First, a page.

The wait continues for any public response from the SEC to a recent letter from three Democratic members of the Senate Committee on Banking, Housing, and Urban Affairs, including Senator Elizabeth Warren, urging the SEC to (1) consider reforms to prevent what the senators identified as abusive 10b5-1 plan practices and (2) improve disclosure of and enforcement relating to such plans.

Senators’ SEC Requests for Information. The senators asked the SEC to respond to the following questions by Monday, February 22, 2021:

  1. What actions does the SEC currently take to ensure that 10b5-1 plans are compliant with the Commission’s current rules and requirements?
  2. How many enforcement actions has the agency taken with regard to 10b5-1 plans in the past five years? Please provide a list and summary of all such actions.
  3. Has the SEC taken action to require a “cooling off period” between the adoption or amendment of any 10b5-1 plan and any stock sales under that plan?
  4. Does the agency intend to require that 10b5-1 plans are disclosed publicly and posted online in advance of any trades made under that plan?
  5. Has the SEC considered or evaluated modifications of regulations to ensure that 10b5-1 adequately covers “short-swing” purchases?
  6. What other actions has the SEC taken or are under consideration to prevent the abuse of 10b5-1 plans?

In the letter, the senators said they believe reforms are necessary in large part because “new evidence indicates that executives – especially those in the health care industry – are abusing these plans to obtain huge windfalls at the expense of ordinary investors.” The senators also expressed the view that the permitted non-disclosure of these plans disadvantages other investors. Specifically, when large sales under insiders’ plans are triggered by a rising stock price following a company’s “good news” announcement, buyers do not know that they are trading against large sell orders that effectively drive the stock price down.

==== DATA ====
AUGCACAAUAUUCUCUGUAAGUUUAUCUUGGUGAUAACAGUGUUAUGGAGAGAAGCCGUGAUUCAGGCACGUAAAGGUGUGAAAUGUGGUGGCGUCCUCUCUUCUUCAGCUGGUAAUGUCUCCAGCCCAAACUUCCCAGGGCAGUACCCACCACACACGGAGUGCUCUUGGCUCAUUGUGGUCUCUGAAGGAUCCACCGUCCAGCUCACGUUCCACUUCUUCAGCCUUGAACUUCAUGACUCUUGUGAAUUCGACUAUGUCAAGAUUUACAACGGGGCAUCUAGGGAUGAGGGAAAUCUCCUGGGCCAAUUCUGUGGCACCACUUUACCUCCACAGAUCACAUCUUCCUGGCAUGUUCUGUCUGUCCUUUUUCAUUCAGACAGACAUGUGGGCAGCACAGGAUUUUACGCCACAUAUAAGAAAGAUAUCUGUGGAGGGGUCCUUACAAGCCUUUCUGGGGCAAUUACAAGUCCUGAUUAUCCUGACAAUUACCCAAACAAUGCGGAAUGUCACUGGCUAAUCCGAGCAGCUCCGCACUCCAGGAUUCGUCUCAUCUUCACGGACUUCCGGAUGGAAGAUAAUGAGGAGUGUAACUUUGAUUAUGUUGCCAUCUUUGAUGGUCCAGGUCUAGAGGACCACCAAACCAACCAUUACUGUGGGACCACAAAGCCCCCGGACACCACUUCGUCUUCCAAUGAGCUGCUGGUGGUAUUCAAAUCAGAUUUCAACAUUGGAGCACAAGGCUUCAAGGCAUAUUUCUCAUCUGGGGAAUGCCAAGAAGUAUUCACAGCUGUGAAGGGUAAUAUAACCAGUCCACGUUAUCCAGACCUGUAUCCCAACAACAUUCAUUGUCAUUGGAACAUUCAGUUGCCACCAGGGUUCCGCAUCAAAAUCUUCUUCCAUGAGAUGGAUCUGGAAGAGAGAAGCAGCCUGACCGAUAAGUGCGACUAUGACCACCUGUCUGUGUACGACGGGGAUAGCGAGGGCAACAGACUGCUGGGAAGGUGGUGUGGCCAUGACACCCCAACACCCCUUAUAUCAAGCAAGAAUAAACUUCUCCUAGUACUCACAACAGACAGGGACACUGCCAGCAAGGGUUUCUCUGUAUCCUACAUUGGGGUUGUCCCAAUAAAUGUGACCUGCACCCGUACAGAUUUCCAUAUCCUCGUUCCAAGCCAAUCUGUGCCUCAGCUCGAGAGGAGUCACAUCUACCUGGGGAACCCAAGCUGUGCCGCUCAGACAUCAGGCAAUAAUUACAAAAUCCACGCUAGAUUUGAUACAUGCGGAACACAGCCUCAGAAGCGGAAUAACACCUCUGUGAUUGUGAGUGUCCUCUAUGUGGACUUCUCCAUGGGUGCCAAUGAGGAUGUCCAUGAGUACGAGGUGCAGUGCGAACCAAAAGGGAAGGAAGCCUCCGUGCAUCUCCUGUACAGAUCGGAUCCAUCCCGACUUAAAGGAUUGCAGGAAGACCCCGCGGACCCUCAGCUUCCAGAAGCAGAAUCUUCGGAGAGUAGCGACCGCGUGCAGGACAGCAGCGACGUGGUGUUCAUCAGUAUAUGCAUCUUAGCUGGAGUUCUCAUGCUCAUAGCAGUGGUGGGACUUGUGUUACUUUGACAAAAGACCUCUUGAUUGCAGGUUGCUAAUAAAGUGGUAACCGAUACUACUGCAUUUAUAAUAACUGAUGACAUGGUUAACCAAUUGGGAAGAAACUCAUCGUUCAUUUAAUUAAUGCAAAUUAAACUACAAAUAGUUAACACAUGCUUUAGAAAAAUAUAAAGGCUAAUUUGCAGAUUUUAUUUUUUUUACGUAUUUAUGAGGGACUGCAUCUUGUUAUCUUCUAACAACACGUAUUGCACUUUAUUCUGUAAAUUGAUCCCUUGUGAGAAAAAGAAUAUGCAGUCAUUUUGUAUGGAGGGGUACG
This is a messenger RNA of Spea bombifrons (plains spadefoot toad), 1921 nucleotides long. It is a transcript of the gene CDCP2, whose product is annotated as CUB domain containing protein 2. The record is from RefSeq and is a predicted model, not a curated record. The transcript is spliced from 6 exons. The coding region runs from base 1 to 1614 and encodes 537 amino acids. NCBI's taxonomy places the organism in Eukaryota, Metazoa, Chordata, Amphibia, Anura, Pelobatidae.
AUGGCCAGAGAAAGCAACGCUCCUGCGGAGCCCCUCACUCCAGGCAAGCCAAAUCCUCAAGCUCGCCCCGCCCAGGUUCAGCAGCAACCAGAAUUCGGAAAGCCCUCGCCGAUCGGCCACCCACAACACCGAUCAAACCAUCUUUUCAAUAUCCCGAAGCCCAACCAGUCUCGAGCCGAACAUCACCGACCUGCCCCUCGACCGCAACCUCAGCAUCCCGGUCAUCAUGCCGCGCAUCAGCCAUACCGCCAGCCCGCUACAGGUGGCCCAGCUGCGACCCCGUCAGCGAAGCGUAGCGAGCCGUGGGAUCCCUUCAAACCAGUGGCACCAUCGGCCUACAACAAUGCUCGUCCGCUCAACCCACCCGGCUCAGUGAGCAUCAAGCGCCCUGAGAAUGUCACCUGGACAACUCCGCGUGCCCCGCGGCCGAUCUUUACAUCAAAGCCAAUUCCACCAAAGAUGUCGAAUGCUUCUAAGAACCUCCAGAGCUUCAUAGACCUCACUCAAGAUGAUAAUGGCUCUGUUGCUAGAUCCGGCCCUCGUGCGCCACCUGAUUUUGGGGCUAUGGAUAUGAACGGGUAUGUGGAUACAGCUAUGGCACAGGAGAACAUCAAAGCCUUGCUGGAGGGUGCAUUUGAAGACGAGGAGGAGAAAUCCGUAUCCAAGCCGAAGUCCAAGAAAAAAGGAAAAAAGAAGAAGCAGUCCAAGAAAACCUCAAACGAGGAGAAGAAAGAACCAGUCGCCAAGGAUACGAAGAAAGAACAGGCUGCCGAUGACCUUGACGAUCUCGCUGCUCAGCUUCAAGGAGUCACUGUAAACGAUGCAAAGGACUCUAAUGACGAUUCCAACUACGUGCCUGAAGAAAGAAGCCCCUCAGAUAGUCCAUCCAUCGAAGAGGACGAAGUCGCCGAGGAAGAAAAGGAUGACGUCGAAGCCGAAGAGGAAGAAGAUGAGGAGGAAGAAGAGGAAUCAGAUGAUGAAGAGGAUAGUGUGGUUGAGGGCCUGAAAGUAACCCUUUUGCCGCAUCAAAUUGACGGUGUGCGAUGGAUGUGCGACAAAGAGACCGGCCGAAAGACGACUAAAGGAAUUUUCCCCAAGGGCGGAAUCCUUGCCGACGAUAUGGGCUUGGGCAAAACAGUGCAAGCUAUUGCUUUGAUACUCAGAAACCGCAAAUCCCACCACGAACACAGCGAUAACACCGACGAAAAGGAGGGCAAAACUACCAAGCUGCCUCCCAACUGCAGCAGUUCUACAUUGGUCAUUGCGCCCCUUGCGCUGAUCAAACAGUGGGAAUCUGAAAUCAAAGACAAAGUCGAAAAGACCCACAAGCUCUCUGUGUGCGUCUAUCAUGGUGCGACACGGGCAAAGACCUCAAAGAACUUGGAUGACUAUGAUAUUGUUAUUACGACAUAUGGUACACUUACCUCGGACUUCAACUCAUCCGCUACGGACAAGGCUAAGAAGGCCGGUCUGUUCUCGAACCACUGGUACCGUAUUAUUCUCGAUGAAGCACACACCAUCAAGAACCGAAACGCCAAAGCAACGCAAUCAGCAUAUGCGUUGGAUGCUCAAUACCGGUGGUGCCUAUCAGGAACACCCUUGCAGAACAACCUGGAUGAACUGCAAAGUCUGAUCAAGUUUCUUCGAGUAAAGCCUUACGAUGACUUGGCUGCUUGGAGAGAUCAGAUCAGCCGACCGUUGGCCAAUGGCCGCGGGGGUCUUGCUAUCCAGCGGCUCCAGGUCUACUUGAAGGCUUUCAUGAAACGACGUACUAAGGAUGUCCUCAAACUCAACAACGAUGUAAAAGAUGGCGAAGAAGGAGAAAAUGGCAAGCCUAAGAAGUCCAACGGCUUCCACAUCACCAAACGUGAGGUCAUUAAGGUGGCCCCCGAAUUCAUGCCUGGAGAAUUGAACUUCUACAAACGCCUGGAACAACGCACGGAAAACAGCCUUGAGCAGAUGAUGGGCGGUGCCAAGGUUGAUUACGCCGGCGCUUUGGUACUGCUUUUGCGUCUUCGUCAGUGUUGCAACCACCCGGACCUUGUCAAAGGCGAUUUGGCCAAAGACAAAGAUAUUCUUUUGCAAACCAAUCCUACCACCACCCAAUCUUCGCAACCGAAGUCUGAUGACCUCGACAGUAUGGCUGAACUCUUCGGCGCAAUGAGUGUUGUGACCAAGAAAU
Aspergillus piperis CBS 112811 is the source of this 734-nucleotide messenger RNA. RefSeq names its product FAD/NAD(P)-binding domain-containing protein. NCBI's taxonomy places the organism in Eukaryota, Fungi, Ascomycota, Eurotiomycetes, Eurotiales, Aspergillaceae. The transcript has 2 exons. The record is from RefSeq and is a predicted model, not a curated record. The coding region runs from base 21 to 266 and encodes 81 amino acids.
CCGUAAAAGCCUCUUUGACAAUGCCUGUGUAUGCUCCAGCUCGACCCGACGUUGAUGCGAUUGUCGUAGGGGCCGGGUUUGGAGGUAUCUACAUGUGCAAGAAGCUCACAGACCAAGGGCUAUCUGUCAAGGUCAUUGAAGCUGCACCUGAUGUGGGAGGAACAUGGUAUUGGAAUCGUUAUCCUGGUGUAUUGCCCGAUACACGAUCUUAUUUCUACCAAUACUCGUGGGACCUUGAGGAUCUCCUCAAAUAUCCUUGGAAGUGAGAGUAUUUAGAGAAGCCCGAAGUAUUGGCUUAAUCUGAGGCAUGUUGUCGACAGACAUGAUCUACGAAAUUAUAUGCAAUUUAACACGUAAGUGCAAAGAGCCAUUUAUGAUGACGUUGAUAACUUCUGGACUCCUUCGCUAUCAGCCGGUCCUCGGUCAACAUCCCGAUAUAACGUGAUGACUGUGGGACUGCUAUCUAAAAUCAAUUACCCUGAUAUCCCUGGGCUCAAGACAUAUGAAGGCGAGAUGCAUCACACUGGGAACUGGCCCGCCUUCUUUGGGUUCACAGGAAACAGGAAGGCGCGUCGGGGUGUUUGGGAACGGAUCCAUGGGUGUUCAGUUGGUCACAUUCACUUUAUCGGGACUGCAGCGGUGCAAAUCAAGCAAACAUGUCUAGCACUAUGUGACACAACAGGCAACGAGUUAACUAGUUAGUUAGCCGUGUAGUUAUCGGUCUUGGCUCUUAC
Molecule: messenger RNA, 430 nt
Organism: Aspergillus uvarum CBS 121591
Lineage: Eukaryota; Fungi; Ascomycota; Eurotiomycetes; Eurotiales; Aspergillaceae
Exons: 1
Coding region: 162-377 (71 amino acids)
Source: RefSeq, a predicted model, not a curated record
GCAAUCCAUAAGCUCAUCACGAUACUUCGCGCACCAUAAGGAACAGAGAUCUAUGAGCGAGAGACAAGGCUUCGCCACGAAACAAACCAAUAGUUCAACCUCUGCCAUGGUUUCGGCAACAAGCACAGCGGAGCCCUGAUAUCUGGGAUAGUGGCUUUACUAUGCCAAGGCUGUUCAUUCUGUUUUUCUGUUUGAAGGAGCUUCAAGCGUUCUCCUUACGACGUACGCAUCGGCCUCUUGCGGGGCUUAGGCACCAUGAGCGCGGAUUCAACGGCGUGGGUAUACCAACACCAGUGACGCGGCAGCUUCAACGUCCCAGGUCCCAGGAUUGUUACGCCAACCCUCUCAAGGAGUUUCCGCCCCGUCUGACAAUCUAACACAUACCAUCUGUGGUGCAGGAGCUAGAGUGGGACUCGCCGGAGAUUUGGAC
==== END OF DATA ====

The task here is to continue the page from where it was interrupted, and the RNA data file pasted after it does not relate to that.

Alleged Abusive Practices. The senators cited various studies and research in arguing the prevalence of the following alleged abusive plan practices:

  • Plans are often set up so that initial trades are based on material non-public information known by the insider at the time of plan adoption.
  • Plans often do not provide for a sufficient cooling off period between the date of plan adoption and the date on which sales may begin, and some plans even go so far as to permit sales on the date of plan adoption.
  • Insiders often modify or cancel their plans, including days or hours before a company’s major positive announcement, to increase their profits.
  • Insiders often and without penalty fail to timely report their plan sales on Form 4s, limiting transparency into plan operations.

Remedies. In view of their concerns, the senators recommended that the SEC consider remedies proposed by “experts” that include:

  • Imposing a mandatory cooling off period of four to six months between the date of plan adoption or amendment and the commencement date for potential trades under the new or amended plan;
  • Requiring that plans be publicly disclosed to provide information to investors and allow for better SEC oversight;
  • Stricter SEC enforcement of Form 4 filing deadlines so that the market learns about plan transactions within the two business day time period; and
  • To prevent insiders from benefitting from “short-term windfalls that don’t translate into long-term gains,” amending the short-swing profit rules to apply to an insider’s profits from plan sales that follow the company’s disclosure of material information, where such sales cause share prices to fall in the period immediately after disclosure.

Rule 10b5-1 plans have been around since the turn of the century – i.e., 2000. Since then and notwithstanding continuing concerns and criticism, the rules have not been amended. Critical rumblings have gotten a bit louder in recent months, with former SEC Chairman Jay Clayton recommending at a senate hearing in November 2020 that the rules be amended to require a mandatory waiting period of four to six months between (1) the date of adoption or amendment of a plan and (2) the date on which trading under the plan (or amended plan) may begin or recommence. Such a waiting, or “cooling off,” period is intended to distance an executive’s access to insider information (because he or she cannot be in possession of material non-public information at the time of plan adoption) from his or her sales of company stock under the plan. While cooling off periods have emerged as a best practice, there are no rules mandating them.

To our knowledge and as of the date of this post, the SEC has not yet responded to the senators’ letter. It will be interesting to see if, given the new administration, political climate and spotlight on insiders’ large profits in recent transactions, the SEC will consider amending the rules governing Rule 10b5-1 plans to address the senators’ and possibly others’ concerns.